“Never mind, Jolil. Let’s just be on our way.”

“Your wish is my command, hakim.”

Jolil scrambled into the cart and clucked to the mule. The black mare laid back her ears as Raven gathered her reins and swung himself into the saddle. She snorted and arched her neck as another mule came flying at a gallop over the rise behind the wadi.

Its unshod hooves flung up a wake of dust and sand. The Egyptian on its back was Yusef, Teddy’s servant. His dark eyes were as wide and wild as those of the lathered mule.

“Hakim!” he screamed. “Yallah! Yallah!

Doctor, hurry, hurry. Raven understood that much, and the word turab—tomb—but the rest of Yusef’s panicked Arabic was lost to him as the mare whinnied and spun away on her hind legs. Jolil hauled the cart mule to a stop, leapt down from the high seat and ran to catch the bridle of Yusef’s badly blowing mule.

Raven saw the pulse beating in the hollow of Yusef’s throat above the open, sweat-darkened neck of his robe. He was babbling, gesturing wildly in the direction of the dig with one arm and tugging at Jolil with the other.

“What is it, Jolil? What’s happened?”

“It is very bad, hakim. Many men hurt. Yusef says there is much blood.”

“My kit. Quick. Then bring the cart. We may need it.”

Jolil ran into the tent for Raven’s canvas medical bag and tossed it to him. He caught it by its strap, looped it over his saddle and gave the mare a sharp kick. She snorted and leapt at a gallop over the rise toward the dig.

The sun was just touching the rim of the cliffs, throwing thick black shadows across the rutted cart track scarring the valley. Gooseflesh rose on the back of Raven’s neck. Not from the chill creeping into the air, but the high-pitched wails of the native workmen rushing toward him, waving their arms.

One stood in the center of the track flagging him toward the ravine where the diggers had been dumping baskets full of sand and rock hauled away from the entrance of the tomb Teddy had been excavating for the past three weeks.

“Hakim!” he shouted. “Hena! Yallah! Yallah!

Here. Hurry, hurry. Poor bastards, Raven thought. Probably caught in a cave-in while sifting through the debris for small artifacts Teddy and his crew might have missed. Raven glanced behind him and saw Jolil—with Yusef beside him on the seat —bouncing the mule cart over the rise. He heeled the mare off the track toward the ravine.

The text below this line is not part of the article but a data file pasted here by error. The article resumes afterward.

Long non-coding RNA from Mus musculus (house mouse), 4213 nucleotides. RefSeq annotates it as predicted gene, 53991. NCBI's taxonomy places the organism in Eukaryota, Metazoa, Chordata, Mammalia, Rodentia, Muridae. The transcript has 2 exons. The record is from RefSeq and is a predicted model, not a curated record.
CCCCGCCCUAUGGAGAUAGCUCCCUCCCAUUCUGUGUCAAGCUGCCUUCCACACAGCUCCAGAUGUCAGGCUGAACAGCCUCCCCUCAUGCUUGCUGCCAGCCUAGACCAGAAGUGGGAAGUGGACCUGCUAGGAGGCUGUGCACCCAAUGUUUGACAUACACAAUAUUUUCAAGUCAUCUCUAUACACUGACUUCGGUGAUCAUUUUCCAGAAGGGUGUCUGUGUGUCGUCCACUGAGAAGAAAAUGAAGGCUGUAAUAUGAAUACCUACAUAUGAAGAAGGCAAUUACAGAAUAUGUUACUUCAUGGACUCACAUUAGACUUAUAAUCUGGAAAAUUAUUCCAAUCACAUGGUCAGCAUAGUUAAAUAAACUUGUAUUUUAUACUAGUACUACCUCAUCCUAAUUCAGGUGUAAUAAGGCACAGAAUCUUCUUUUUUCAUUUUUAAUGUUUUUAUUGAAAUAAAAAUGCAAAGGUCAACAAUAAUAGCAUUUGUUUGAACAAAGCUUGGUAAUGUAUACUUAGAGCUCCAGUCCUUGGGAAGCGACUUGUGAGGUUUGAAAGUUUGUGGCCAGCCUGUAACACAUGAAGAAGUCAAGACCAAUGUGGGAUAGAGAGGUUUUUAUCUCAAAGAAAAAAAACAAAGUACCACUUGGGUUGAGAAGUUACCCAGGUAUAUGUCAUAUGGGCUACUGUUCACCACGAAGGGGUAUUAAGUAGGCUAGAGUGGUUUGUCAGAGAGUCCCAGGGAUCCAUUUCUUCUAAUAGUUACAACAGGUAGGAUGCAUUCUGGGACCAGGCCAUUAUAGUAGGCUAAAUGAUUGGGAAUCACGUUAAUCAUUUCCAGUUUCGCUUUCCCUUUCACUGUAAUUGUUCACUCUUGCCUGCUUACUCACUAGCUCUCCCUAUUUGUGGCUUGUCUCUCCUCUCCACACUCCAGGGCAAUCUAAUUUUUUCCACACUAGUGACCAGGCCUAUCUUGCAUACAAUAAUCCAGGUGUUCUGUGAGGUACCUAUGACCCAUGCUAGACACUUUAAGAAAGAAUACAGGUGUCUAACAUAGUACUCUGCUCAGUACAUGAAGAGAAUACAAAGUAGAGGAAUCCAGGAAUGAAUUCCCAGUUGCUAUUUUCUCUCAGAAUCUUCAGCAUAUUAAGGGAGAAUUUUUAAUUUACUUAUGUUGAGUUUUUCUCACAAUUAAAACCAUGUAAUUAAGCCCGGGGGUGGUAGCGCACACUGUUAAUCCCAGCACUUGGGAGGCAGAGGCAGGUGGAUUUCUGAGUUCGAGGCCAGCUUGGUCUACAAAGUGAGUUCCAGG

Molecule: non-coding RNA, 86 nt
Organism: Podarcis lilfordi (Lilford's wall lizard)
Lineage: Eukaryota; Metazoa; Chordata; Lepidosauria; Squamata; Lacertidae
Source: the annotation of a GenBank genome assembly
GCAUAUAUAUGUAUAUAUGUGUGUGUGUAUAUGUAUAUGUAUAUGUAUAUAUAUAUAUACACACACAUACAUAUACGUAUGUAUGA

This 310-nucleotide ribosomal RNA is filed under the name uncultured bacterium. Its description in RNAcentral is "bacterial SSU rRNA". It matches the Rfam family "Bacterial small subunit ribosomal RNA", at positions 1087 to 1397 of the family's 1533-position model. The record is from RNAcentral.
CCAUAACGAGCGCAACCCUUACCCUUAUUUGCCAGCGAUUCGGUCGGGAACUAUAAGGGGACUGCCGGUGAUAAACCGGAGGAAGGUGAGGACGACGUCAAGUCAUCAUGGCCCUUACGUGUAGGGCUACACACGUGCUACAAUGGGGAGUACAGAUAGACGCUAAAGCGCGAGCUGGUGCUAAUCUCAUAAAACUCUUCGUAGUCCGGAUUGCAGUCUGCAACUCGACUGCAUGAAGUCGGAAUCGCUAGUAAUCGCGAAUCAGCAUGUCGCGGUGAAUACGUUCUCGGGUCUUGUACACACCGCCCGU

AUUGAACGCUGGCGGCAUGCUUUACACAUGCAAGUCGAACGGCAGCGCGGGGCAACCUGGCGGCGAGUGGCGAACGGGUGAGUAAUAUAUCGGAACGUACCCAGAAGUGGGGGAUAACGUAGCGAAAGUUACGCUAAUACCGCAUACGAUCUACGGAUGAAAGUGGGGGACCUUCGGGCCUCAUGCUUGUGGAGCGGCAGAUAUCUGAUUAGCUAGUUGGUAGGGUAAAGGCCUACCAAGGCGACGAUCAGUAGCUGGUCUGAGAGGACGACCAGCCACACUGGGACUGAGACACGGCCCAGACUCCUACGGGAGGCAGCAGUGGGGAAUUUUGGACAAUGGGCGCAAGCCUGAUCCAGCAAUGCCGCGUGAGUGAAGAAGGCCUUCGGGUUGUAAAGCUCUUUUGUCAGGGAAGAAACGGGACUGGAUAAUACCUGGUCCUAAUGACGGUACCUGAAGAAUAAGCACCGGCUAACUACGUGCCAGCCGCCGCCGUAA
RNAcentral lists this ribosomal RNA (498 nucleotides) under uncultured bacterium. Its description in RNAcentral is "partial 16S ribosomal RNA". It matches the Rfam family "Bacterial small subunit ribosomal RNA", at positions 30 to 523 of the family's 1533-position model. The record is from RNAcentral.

There were two men on the ground near the graveled rim of the ditch. One was dead, his face and upper body covered with someone’s brightly striped outer robe—Yusef’s, he thought. Teddy knelt beside the other, his back blocking Raven’s view. Two natives were holding the man down; his thin, dark legs were twitching and white with dust.

Raven pulled the mare to a stop, kicked his right foot out of his stirrup, unlooped his bag from the pommel, swung his leg over it and dropped to the ground running. Teddy glanced at him over his shoulder, his sweat-darkened felt hat pushed back on his thick brown hair, his sunburned face oddly pale.

“Johnny! Thank God! Help me!”

Teddy was holding a blood-soaked bandage to the man’s throat. Or what was left of it. Most of it was torn away, Raven saw when he lifted Teddy’s hand. The brown flesh was ripped and jagged, the exposed carotid artery no longer spraying but seeping and pulsing dully.

There was nothing Raven could do. He knew it before he dropped to his knees on the man’s other side. His robe was soaked to the waist with blood, as were Teddy’s shirt and the robes of the men holding him down. There was no pulse in the thin, brown wrist Raven gripped. The pupil of the man’s right eye was already fixed and dilated when he lifted the lid; the eye rolled forward.

“It’s too late, Teddy. He’ll be gone in a minute. What in God’s name happened?”

“The diggers found a tomb in the ravine, thought they’d loot it on their own and make a fortune on the black market.” Teddy sat back on his heels, wiping sweat off his forehead with the back of one shaking, bloody hand. “Seven of them went in but only these two came out. They were at-tacked. By a jackal, they said. A jackal that walked on two legs.”

A shudder racked the man on the ground. His eyes fluttered open, his limbs convulsed once, then stilled. Raven closed his eyes and smoothed the death grin from his face.

“Did you send a search party in after the others?”

“None of the diggers will go.”

“Then we’ll have to,” Raven said. He’d taken an oath to save lives, but he suddenly wished he’d never come to Egypt.

“I know. That’s why I waited for you.”

Raven stepped over the body and lifted Yusef's robe. The other man had also had his throat ripped out. He lowered the robe and glanced over his shoulder at the mule cart thumping to a halt on the rocky ground behind him.

Teddy rose, called to Yusef and Jolil to bring torches, and then asked Raven in a low voice, “What the hell did this, Johnny? Jackals don’t walk on two legs.”

“They might, Teddy. In the guise of tomb robbers.”

“And rip a man’s throat out like this?”

“Hardly. But a two-thousand-year-old dagger that’s lost its edge might.”

“Possible, I suppose. Come see this.”

He led Raven down the steep, rocky ravine toward a gaping black hole cut in the opposite flank. The edges were clean, sharp and obviously chiseled. The loose shingle rattling away beneath their boots bounced against a tall stone slab carved with rude hieroglyphs that meant nothing to Raven.

“Here’s where they got the jackal.” Teddy blew dust off the slab and pointed at an angular figure with the body of a man and the head of a jackal. The open mouth revealed top and bottom fangs bared in a stiff, stylized snarl. “It’s Anubis, god of the dead. He’s always depicted with the head of a jackal, but this is the first time I’ve seen him with fangs.”

“Seems logical. A jackal is a carnivore.” Raven pointed to a row of smaller pictographs below the figure of Anubis. “What’s this say?”